English Chamomile, Anthenis nobilis; German Chamomile, Matricaria chamomile
Culinary:
Chamomile is lovely in summer used in salads and cold beverages of water, lemon-juice and honey.
Medicinal:
Chamomile tea is used as a great remedy to tension, nervous problems, pms as it helps to calm and relax. Chamomile flowers added to sleeping pillows will bring on deep relaxation and eventually sleep. Infusions used to bath in reduce muscle pains and fatigue. Treat eye sty’s by bathing it frequently with cooled and strained chamomile tea.
Cosmetic:
Use the chamomile for facial steams and masks, lotions, soaps and after-sun creams. A hair rinse made of cooled chamomile tea is used to lighten hair.

Chervil, Anthriscus cerefolium
Culinary:
Chervil is used widely in dishes as flavour and/or garnish. Use finely chopped leaves with poultry and fish, vegetables, omelettes, soups and sauces – but never cook longer than 15 minutes or the flavour will be lost. Sprinkle over salads or sandwich fillings.
Medicinal: Eat chervil to clean the blood, ease rheumatism and aid the kidneys.
Cosmetic: Eat or drink to clean from the inside.

Chicory, Cichorum intybus
Culinary:
Toss some young leaves into salads or cook as a vegetable. The roots undergo a treatment to produce coffee substitutes and coffee additives.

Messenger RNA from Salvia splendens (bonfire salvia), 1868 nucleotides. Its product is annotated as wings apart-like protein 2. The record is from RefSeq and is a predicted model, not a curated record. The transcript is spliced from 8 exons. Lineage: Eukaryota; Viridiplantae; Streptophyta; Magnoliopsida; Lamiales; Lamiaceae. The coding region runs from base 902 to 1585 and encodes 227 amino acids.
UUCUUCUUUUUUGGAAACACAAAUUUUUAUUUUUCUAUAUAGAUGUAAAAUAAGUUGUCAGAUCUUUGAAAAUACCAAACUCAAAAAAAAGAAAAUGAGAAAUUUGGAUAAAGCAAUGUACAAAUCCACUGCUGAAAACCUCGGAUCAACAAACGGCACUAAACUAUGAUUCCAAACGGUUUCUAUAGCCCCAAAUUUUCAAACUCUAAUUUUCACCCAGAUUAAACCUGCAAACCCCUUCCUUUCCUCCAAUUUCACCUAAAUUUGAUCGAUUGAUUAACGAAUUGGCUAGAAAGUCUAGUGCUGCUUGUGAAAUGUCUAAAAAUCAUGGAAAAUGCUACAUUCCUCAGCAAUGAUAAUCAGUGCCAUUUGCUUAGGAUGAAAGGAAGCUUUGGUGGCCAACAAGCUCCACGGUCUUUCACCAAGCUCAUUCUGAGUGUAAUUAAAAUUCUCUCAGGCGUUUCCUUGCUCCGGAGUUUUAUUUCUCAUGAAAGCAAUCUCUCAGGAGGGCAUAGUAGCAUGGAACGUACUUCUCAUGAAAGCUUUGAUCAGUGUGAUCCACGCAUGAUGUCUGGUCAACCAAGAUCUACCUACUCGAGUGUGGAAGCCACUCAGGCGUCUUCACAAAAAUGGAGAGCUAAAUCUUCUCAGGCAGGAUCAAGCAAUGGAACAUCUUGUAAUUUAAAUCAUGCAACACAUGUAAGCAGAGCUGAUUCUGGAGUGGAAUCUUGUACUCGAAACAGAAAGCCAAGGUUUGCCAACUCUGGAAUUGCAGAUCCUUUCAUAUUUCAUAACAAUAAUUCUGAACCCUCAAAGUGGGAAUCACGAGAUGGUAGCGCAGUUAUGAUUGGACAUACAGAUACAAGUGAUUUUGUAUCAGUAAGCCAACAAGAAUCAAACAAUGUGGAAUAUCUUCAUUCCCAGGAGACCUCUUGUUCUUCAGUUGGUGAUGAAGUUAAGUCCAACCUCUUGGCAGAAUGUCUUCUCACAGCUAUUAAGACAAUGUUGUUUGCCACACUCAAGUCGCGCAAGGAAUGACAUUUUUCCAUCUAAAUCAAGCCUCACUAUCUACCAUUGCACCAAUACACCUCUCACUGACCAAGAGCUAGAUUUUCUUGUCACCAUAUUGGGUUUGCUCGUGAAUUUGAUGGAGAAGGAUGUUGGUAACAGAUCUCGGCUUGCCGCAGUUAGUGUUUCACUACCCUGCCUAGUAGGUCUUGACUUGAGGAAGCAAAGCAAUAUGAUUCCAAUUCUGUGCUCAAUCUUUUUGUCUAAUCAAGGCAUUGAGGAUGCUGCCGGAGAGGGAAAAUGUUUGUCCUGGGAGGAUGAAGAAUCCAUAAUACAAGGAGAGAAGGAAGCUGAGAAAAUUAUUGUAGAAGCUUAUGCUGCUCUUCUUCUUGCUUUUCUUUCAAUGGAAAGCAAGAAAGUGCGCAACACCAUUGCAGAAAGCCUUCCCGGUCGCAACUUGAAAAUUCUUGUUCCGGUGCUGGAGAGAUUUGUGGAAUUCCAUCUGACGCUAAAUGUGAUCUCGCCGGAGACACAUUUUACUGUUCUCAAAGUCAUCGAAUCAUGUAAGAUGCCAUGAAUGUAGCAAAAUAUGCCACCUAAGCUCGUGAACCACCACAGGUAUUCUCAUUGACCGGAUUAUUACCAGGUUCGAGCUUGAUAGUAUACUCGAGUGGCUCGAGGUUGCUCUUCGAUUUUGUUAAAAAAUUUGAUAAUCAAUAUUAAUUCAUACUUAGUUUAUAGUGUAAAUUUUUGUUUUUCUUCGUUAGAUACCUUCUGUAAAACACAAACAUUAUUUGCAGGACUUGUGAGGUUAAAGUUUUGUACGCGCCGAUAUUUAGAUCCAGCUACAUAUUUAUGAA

Medicinal:
Chicory helps relieve constipation and is helpful to those suffering from bilious attacks and liver- and gal problems. It also, due to high insulin concentrations, acts as a sedative and tonic.
Note: Not suitable for those anaemic.
Cosmetic:
Used from the inside to help improve liver functions, it will help with a clear complexion.

Chives, Allium schoenoprasum
Culinary:
Chives are an excellent replacement to onions and/or garlic in cases where a subtler flavour and better digestion is needed. Therefore onion chives can be used as widely as both the onion and garlic in all kinds of dishes, salads and vegetables. Excellently used as a flavouring garnish.
Note: Never cook too long, for the flavour will be lost.
Medicinal:
Chives helps lower high blood pressure, acts as a kidney tonic and an appetite stimulant.
Cosmetic:
Chives eaten regularly will help with beautiful, strong nails, teeth and hair.

Comfrey, Symphytum officinale
Culinary:
Comfrey leaves can be eaten as a vegetable, much like spinach. Steam young leaves and sprinkle a little cheese over, add to salads or use as greenery on sandwiches.
Medicinal:
Comfrey infusions are used as a remedy to colds, insufficient circulation and to help with mending of broken bones. The roots and foliage are also used for sprains, bruises and wounds. Tea can be drunk to help clean the blood.
Cosmetic:
Used in facial steams or in creams to aid ageing, tired or dry skins.

Coriander, Coriandrum sativum
Culinary:
Ground Coriander seeds are used in curry- and spice blends, baked fruits, to flavor fish, meat and poultry and when pickling.
Medicinal:
A snuff made from crushed seeds relieves dizziness. Coriander teas are used to relieve urinary problems, to ease colic and for purifying blood.
Cosmetic:
By cleansing the body from within will clear complexions.

Bette L.

Hi, I am Bette L. If you’re looking for an expert on gardening, or a Guru on vertical gardening, then I’m NOT the right person.I thought that if I was able to build an affordable Vertical Garden, everyone would be able to do the same.